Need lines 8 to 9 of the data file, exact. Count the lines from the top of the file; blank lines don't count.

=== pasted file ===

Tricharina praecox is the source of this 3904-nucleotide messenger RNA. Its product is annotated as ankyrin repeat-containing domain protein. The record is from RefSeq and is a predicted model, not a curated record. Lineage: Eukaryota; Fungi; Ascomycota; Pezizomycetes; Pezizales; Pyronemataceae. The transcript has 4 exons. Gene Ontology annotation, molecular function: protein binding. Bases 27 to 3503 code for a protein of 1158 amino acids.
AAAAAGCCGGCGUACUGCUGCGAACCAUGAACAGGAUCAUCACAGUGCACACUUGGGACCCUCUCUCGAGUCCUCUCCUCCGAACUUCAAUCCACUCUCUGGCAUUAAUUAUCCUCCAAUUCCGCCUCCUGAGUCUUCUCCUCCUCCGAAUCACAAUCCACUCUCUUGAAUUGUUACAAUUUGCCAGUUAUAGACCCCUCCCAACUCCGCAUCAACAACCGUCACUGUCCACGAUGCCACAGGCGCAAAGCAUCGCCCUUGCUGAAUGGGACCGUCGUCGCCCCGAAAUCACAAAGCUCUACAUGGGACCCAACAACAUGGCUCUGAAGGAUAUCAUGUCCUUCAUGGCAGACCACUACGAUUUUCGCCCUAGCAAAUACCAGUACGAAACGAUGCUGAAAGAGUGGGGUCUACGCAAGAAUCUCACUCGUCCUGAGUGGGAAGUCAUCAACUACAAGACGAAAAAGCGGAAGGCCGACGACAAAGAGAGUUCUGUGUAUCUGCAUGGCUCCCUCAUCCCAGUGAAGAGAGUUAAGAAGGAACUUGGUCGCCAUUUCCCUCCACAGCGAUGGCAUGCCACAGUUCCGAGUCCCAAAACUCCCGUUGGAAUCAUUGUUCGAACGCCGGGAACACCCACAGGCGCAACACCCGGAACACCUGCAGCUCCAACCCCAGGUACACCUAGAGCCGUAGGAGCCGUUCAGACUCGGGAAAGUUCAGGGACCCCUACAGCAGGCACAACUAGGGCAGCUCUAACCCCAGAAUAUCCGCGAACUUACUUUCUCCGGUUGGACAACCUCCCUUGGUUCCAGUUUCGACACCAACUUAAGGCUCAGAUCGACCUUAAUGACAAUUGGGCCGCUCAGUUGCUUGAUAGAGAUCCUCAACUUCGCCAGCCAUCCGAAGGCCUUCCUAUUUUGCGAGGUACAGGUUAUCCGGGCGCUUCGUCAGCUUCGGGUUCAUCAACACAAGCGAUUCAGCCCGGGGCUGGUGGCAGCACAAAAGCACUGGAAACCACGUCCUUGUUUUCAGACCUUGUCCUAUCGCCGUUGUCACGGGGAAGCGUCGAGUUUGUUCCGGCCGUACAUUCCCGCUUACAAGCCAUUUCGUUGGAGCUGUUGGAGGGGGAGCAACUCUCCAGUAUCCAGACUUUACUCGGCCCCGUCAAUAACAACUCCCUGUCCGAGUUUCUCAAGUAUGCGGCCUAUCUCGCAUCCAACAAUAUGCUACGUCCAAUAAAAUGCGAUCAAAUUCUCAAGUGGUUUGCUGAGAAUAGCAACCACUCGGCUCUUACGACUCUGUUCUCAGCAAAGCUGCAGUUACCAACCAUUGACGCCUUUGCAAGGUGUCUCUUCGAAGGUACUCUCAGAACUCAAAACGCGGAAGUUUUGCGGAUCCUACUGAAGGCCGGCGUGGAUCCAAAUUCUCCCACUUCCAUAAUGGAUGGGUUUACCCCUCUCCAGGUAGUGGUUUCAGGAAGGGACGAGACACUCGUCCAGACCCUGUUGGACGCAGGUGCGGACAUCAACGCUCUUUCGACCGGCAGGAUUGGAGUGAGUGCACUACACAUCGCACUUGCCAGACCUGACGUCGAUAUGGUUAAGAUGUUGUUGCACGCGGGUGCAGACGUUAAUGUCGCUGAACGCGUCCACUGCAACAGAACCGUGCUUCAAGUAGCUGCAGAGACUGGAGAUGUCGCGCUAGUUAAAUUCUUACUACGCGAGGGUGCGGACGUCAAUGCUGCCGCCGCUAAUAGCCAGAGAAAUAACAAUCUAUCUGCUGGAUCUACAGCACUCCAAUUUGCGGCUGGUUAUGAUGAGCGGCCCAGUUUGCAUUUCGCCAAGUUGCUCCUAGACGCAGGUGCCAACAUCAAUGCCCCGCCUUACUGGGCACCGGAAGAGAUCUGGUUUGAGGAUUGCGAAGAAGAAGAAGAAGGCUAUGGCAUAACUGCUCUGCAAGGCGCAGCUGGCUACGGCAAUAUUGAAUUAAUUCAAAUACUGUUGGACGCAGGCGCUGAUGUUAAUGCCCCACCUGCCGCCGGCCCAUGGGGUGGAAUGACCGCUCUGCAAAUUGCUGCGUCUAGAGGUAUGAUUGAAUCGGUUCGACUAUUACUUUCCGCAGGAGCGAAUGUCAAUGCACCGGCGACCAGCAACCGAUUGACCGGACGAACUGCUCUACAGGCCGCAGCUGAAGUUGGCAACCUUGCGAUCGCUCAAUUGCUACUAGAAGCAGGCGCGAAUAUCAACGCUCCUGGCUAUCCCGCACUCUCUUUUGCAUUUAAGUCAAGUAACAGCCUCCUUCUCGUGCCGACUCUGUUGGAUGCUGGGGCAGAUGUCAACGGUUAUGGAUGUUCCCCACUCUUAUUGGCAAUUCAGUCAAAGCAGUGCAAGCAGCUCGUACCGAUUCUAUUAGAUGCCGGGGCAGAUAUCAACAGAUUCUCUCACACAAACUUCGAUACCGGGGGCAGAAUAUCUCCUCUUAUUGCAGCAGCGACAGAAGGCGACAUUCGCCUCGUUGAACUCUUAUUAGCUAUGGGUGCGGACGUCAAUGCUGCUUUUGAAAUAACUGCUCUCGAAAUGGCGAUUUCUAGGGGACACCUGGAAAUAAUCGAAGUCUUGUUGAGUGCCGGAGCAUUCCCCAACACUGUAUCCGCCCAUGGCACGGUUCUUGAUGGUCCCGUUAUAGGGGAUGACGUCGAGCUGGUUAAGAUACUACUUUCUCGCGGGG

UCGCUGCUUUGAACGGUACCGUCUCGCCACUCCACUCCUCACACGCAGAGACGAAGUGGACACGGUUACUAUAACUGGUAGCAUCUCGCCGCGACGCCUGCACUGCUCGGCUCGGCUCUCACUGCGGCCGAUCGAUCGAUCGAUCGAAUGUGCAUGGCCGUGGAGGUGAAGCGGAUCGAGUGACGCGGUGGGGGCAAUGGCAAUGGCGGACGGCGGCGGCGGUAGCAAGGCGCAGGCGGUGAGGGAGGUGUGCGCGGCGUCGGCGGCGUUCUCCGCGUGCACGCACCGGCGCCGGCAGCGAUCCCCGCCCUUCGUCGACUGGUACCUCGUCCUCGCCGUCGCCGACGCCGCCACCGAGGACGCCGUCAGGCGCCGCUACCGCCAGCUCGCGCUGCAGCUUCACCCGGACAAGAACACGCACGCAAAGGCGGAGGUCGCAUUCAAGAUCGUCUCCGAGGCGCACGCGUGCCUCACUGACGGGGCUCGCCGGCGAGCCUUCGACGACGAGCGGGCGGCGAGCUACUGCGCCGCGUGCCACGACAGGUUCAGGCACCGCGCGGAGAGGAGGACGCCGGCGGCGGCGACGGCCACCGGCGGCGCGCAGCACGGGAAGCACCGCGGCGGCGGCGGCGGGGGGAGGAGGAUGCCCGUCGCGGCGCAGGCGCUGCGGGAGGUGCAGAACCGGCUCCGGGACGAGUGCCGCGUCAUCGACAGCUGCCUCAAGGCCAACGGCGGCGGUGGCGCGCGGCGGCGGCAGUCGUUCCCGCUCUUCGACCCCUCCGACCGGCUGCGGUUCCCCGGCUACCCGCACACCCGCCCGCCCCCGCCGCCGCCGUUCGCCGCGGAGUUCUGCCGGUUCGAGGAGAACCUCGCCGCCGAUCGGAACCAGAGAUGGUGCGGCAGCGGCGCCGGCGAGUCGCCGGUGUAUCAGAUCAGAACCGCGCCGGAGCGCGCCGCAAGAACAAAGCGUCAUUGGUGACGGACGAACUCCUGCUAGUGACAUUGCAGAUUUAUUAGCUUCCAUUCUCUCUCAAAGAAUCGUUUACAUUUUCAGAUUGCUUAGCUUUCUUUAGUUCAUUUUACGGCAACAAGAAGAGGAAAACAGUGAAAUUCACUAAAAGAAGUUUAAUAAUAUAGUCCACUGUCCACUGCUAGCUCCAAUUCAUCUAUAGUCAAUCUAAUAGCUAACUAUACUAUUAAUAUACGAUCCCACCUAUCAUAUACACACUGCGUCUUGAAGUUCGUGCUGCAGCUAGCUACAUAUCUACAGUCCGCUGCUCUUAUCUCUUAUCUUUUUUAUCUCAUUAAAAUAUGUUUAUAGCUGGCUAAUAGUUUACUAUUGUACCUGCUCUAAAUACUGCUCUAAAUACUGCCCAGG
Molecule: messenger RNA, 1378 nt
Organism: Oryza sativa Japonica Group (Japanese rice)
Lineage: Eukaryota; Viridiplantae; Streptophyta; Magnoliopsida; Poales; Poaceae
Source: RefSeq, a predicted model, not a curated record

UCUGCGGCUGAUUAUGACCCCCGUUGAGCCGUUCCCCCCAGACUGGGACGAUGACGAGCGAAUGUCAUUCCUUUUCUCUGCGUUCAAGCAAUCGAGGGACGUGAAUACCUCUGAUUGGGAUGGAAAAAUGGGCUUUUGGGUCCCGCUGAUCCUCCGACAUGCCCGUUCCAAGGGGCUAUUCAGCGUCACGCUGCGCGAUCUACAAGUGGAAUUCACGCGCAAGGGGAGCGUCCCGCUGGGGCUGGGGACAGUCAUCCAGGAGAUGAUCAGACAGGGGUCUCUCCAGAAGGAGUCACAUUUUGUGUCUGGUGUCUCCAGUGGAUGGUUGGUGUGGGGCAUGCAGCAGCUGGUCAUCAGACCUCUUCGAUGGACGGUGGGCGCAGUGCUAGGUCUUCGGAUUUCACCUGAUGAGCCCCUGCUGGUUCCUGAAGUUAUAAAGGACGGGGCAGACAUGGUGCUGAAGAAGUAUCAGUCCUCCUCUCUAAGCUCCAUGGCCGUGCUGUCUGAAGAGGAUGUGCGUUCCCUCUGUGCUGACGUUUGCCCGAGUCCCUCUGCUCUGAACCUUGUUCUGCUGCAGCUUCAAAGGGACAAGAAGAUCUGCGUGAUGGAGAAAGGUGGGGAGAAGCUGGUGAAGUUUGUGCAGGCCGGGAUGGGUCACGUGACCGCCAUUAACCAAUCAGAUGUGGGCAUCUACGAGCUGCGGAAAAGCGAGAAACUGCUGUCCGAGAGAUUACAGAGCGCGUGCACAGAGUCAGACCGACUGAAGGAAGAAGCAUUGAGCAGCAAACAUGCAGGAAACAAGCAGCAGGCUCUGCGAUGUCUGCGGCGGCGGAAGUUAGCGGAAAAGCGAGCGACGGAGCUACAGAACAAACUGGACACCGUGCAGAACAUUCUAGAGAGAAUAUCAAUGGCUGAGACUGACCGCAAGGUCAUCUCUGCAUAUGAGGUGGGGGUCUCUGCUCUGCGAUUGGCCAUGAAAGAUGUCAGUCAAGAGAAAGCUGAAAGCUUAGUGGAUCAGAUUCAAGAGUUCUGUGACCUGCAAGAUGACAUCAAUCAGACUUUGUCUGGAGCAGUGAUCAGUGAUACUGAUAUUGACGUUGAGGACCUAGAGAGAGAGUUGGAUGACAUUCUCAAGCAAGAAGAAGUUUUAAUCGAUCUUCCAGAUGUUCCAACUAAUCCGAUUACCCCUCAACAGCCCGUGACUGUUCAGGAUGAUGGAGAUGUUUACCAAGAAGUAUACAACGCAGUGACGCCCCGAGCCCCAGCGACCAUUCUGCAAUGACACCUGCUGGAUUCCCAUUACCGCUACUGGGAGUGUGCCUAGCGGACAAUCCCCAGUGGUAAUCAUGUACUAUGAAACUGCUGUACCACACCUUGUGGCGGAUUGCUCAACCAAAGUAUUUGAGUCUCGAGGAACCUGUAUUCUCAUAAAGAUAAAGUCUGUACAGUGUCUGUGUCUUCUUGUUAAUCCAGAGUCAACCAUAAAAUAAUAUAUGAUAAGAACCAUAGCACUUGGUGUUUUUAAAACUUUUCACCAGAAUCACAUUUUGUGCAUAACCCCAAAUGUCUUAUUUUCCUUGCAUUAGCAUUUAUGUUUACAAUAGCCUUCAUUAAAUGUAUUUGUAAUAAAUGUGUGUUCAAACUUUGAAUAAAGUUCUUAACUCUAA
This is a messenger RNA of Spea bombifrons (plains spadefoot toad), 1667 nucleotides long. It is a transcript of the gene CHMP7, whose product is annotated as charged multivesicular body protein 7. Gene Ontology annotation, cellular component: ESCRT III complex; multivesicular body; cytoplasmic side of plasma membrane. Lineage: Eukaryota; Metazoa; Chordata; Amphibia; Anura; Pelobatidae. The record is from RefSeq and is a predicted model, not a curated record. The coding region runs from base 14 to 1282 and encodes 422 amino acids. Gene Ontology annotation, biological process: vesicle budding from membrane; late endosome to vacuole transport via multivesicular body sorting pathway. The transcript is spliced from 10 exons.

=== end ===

UCUGCGGCUGAUUAUGACCCCCGUUGAGCCGUUCCCCCCAGACUGGGACGAUGACGAGCGAAUGUCAUUCCUUUUCUCUGCGUUCAAGCAAUCGAGGGACGUGAAUACCUCUGAUUGGGAUGGAAAAAUGGGCUUUUGGGUCCCGCUGAUCCUCCGACAUGCCCGUUCCAAGGGGCUAUUCAGCGUCACGCUGCGCGAUCUACAAGUGGAAUUCACGCGCAAGGGGAGCGUCCCGCUGGGGCUGGGGACAGUCAUCCAGGAGAUGAUCAGACAGGGGUCUCUCCAGAAGGAGUCACAUUUUGUGUCUGGUGUCUCCAGUGGAUGGUUGGUGUGGGGCAUGCAGCAGCUGGUCAUCAGACCUCUUCGAUGGACGGUGGGCGCAGUGCUAGGUCUUCGGAUUUCACCUGAUGAGCCCCUGCUGGUUCCUGAAGUUAUAAAGGACGGGGCAGACAUGGUGCUGAAGAAGUAUCAGUCCUCCUCUCUAAGCUCCAUGGCCGUGCUGUCUGAAGAGGAUGUGCGUUCCCUCUGUGCUGACGUUUGCCCGAGUCCCUCUGCUCUGAACCUUGUUCUGCUGCAGCUUCAAAGGGACAAGAAGAUCUGCGUGAUGGAGAAAGGUGGGGAGAAGCUGGUGAAGUUUGUGCAGGCCGGGAUGGGUCACGUGACCGCCAUUAACCAAUCAGAUGUGGGCAUCUACGAGCUGCGGAAAAGCGAGAAACUGCUGUCCGAGAGAUUACAGAGCGCGUGCACAGAGUCAGACCGACUGAAGGAAGAAGCAUUGAGCAGCAAACAUGCAGGAAACAAGCAGCAGGCUCUGCGAUGUCUGCGGCGGCGGAAGUUAGCGGAAAAGCGAGCGACGGAGCUACAGAACAAACUGGACACCGUGCAGAACAUUCUAGAGAGAAUAUCAAUGGCUGAGACUGACCGCAAGGUCAUCUCUGCAUAUGAGGUGGGGGUCUCUGCUCUGCGAUUGGCCAUGAAAGAUGUCAGUCAAGAGAAAGCUGAAAGCUUAGUGGAUCAGAUUCAAGAGUUCUGUGACCUGCAAGAUGACAUCAAUCAGACUUUGUCUGGAGCAGUGAUCAGUGAUACUGAUAUUGACGUUGAGGACCUAGAGAGAGAGUUGGAUGACAUUCUCAAGCAAGAAGAAGUUUUAAUCGAUCUUCCAGAUGUUCCAACUAAUCCGAUUACCCCUCAACAGCCCGUGACUGUUCAGGAUGAUGGAGAUGUUUACCAAGAAGUAUACAACGCAGUGACGCCCCGAGCCCCAGCGACCAUUCUGCAAUGACACCUGCUGGAUUCCCAUUACCGCUACUGGGAGUGUGCCUAGCGGACAAUCCCCAGUGGUAAUCAUGUACUAUGAAACUGCUGUACCACACCUUGUGGCGGAUUGCUCAACCAAAGUAUUUGAGUCUCGAGGAACCUGUAUUCUCAUAAAGAUAAAGUCUGUACAGUGUCUGUGUCUUCUUGUUAAUCCAGAGUCAACCAUAAAAUAAUAUAUGAUAAGAACCAUAGCACUUGGUGUUUUUAAAACUUUUCACCAGAAUCACAUUUUGUGCAUAACCCCAAAUGUCUUAUUUUCCUUGCAUUAGCAUUUAUGUUUACAAUAGCCUUCAUUAAAUGUAUUUGUAAUAAAUGUGUGUUCAAACUUUGAAUAAAGUUCUUAACUCUAA
This is a messenger RNA of Spea bombifrons (plains spadefoot toad), 1667 nucleotides long. It is a transcript of the gene CHMP7, whose product is annotated as charged multivesicular body protein 7. Gene Ontology annotation, cellular component: ESCRT III complex; multivesicular body; cytoplasmic side of plasma membrane. Lineage: Eukaryota; Metazoa; Chordata; Amphibia; Anura; Pelobatidae. The record is from RefSeq and is a predicted model, not a curated record. The coding region runs from base 14 to 1282 and encodes 422 amino acids. Gene Ontology annotation, biological process: vesicle budding from membrane; late endosome to vacuole transport via multivesicular body sorting pathway. The transcript is spliced from 10 exons.